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United States v. Rashid

United States District Court, E.D. Michigan, Southern Division

October 6, 2017

UNITED STATES OF AMERICA, Plaintiff,
v.
D-1 MASHIYAT RASHID, Defendant.

          ORDER GRANTING GOVERNMENT'S EX PARTE APPLICATION FOR POST-INDICTMENT RESTRAINING ORDER [DKT. NO. 134] AND POST-INDICTMENT RESTRAINING ORDER ENJOINING PROPERTY SUBJECT TO FORFEITURE

          DENISE PAGE HOOD CHIEF JUDGE

         I. Introduction

         On September 13, 2017, the Government filed an Ex Parte Application for Post-Indictment Restraining Order pursuant to 21 U.S.C. § 853(e)(1)(A) (the “Application”). Dkt. No. 134. The Application seeks to preserve the availability of real property located at 2990 W. Grand Boulevard in Detroit, Michigan, as well as any rental income generated from that property (collectively, the “Restrained Property”). The Government asserts that the Restrained Property is subject to criminal forfeiture as proceeds of Defendant's health care fraud and because the Restrained Property is traceable to property (funds) involved in money laundering.

         Several filings related to the Application have been made by the Government, Defendant and a third party, Bank of America. On September 6, 2017, Defendant filed a Memorandum in Support of Appointing a Receiver for the 2990 W. Grand Boulevard property, Dkt. No. 128, and the Government filed a Supplemental Brief regarding a Request to Pay Detroit Edison Bill (previously filed by Defendant). Dkt. No. 129. On September 12, 2017, the Government filed a Second Forfeiture Bill of Particulars regarding properties subject to civil forfeiture, including the 2990 W. Grand Boulevard property. On September 13, 2017, Bank of America filed a Notice of Appearance as an Interested Party and a Miscellaneous Case Number (17-51250) was assigned for purposes of any filings by Bank of America (both of which were noted on the docket for this case by minute entry dated September 13, 2017). On September 13, 2017, Defendant filed a Memorandum Supplement in Support of Appointing a Receiver for the 2990 W. Grand Boulevard property. Dkt. No. 133.

         On September 13, 2017, the Government filed the Application, including a sealed exhibit (an affidavit of FBI Special Agent Stephen Osterling)[1] in support of the Application. Dkt. Nos. 134, 135. On September 19, 2017, Bank of America filed a Response to the Application. Dkt. No. 5 in Case No. 17-51250. On September 19, 2017, Defendant filed a Response to the Application, Dkt. No. 143, and the Government filed a Reply to the Responses of Defendant and Bank of America on September 20, 2017. Dkt. No. 144. The Court has reviewed and considered all of the foregoing filings.

         II. Applicable Law

         21 U.S.C. § 853(e)(1) provides that the Court may enter a restraining order upon the filing of an indictment:

         (1) Upon application of the United States, the court may enter a restraining order or injunction, require the execution of a satisfactory performance bond, or take any other action to preserve the availability of property….for forfeiture under this section-

(A) upon the filing of an indictment or information charging a violation….for which criminal forfeiture may be ordered under this section and alleging that the property with respect to which the order is sought would, in the event of conviction, be subject to forfeiture under this section; . . .

         The purpose of pre-trial restraint of property is to preserve the availability of property that can be forfeited after trial. In re Billman, 915 F.2d 916, 921 (4th Cir. 1990), cert. denied, 500 U.S. 952 (1991).

         The Supreme Court expressly approved the restraint of assets prior to trial in United States v. Monsanto, 491 U.S. 600 (1989), a case in which the district court restrained, under 21 U.S.C. § 853, a defendant from disposing of his house, his apartment, and $35, 000 in cash prior to trial. The Supreme Court stated that:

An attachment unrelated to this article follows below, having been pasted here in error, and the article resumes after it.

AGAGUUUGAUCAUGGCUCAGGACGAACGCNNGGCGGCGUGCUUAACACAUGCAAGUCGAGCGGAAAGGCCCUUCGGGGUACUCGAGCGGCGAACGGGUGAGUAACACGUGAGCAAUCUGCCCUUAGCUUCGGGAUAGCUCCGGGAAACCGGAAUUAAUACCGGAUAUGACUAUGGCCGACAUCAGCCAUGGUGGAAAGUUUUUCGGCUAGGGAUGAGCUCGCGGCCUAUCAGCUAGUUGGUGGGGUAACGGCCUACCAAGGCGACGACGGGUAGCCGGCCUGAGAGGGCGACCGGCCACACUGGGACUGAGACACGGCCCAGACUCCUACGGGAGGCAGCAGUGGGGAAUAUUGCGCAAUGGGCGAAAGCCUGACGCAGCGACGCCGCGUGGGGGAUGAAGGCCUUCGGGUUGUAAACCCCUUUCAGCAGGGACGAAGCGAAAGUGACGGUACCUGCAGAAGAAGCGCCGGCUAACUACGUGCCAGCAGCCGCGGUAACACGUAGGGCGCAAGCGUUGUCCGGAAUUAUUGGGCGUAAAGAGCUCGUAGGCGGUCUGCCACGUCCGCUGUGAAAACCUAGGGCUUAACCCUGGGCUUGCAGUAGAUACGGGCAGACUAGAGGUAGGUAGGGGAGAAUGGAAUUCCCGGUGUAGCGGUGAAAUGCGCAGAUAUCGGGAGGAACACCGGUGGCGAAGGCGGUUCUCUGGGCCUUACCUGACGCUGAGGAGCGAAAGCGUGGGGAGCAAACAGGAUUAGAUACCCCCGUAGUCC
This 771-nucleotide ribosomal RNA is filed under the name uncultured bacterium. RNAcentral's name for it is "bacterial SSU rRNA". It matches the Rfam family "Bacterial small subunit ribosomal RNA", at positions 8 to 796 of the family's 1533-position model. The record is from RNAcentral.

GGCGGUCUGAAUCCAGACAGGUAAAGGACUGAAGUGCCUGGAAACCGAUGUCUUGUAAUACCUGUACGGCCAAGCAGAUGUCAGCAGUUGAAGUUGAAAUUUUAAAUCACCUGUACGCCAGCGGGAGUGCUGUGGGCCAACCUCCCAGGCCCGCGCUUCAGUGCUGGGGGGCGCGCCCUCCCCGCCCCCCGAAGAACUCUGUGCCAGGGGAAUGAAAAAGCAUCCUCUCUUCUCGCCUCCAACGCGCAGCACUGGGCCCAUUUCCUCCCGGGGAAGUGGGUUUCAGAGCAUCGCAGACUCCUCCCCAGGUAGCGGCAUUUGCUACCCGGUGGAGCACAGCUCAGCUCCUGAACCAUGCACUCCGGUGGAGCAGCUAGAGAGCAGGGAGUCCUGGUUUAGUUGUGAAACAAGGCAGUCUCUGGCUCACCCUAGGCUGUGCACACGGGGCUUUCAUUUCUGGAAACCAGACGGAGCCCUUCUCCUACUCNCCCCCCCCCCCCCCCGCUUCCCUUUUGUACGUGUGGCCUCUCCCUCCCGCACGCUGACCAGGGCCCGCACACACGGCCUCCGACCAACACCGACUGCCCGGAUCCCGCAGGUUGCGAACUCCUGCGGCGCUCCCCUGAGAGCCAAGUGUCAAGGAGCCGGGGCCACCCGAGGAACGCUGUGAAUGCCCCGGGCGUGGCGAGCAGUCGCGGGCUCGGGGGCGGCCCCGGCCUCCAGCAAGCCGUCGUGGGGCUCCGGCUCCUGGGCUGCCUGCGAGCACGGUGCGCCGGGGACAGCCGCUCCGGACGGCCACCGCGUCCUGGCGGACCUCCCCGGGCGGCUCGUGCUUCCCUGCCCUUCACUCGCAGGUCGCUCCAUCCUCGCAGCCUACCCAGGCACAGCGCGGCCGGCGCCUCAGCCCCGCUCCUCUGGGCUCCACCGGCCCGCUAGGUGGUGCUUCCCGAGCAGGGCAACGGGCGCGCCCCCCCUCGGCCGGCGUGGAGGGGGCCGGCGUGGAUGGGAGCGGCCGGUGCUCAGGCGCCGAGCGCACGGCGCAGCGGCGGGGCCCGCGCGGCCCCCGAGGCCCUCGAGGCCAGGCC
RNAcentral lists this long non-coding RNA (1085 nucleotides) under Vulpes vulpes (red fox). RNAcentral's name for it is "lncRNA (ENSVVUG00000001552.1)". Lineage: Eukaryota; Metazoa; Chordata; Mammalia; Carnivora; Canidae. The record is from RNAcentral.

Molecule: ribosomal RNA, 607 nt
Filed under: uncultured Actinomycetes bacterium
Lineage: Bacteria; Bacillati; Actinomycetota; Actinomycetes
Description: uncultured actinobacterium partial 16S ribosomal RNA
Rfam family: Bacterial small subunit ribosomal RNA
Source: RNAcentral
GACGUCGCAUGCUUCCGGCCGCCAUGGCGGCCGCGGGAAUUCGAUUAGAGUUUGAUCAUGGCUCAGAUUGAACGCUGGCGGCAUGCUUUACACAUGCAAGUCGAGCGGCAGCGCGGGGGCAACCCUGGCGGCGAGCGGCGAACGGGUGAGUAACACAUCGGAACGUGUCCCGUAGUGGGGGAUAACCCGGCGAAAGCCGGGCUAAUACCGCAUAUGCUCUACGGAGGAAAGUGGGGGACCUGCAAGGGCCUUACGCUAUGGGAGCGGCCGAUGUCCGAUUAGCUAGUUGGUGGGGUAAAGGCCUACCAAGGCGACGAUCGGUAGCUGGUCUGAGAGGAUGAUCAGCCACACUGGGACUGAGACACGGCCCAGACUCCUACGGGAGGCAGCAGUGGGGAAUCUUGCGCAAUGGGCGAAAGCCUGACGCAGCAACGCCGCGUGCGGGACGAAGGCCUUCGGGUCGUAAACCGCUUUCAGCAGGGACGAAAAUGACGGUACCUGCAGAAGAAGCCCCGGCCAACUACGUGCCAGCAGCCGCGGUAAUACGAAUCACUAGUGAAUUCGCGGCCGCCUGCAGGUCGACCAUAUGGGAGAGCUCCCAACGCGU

[I]t would be odd to conclude that the Government may not restrain property, such as the home and apartment in respondent's possession, based on a finding of probable cause, when we have held that…the Government may restrain persons where there is a finding of probable cause to believe that the accused has committed a serious offense.

         Id. at 615-16. “The return of the indictment by the federal grand jury . . . represents a determination of probable cause sufficient to issue a restraining order under 21 U.S.C. § 853(e)(1)(A) . . .” United States v. Sellers, 848 F.Supp. 73, 75 (E.D. La. 1994); In re Billman, 915 F.2d at 919 (“The probable cause found by the grand jury satisfies the government's burden of proving the allegations of the indictment.”). See generally United States v. Stone, 608 F.3d 939, 945 (6th Cir. 2010) (“A grand jury indictment, by itself, establishes probable cause to believe that a defendant committed the crime with which he is charged.”).

         The issuance of a restraining order need not be limited to real property, as it may extend to rental income from the real property if the real property is purchased with proceeds subject to forfeiture (because it is “property derived from the proceeds”). See 18 U.S.C. §§ 981(a)(1)(C) (“Any property, real or personal, which constitutes or is derived from proceeds traceable to a violation of . . . any offense constituting “specified unlawful activity” (as defined in Section 1956(c)(7) of this title)”); 28 U.S.C. § 2461(c), and 18 U.S.C. §§ 982(a)(1) and (7) (“The court, in imposing sentence on a person convicted of a Federal health care offense, shall order the person to forfeit property, real or personal, that constitutes or is derived, directly or indirectly, from gross proceeds traceable to the commission of the offense.”); United States v. Warshak, 631 F.3d 266, 332-33 (6th Cir. 2010) (finding that when a business is solvent because of the underlying specified unlawful activity, all of its revenue is subject to forfeiture as proceeds derived from the offense); United States v. Smith, 749 F.3d 465 (6th Cir. 2014) (citation and internal quotation omitted) (“[t]he court concluded that fraud touched everything - from [defendant's business's] banking accounts to its day-to-day operations - meaning that the various items connected to [defendant's business's] revenue stream are subject to forfeiture because the transactions all resulted directly or indirectly from a conspiracy to commit fraud”). An agent's affidavit may serve to establish probable cause that the property subject to forfeiture has the requisite connection to the underlying crime. See, e.g., United States v. Kaley, 579 F.3d 1246, 1259 (11th Cir. 2009) (court may rely on grand jury's finding of probable cause, supplemented by the FBI case agent's probable cause affidavit).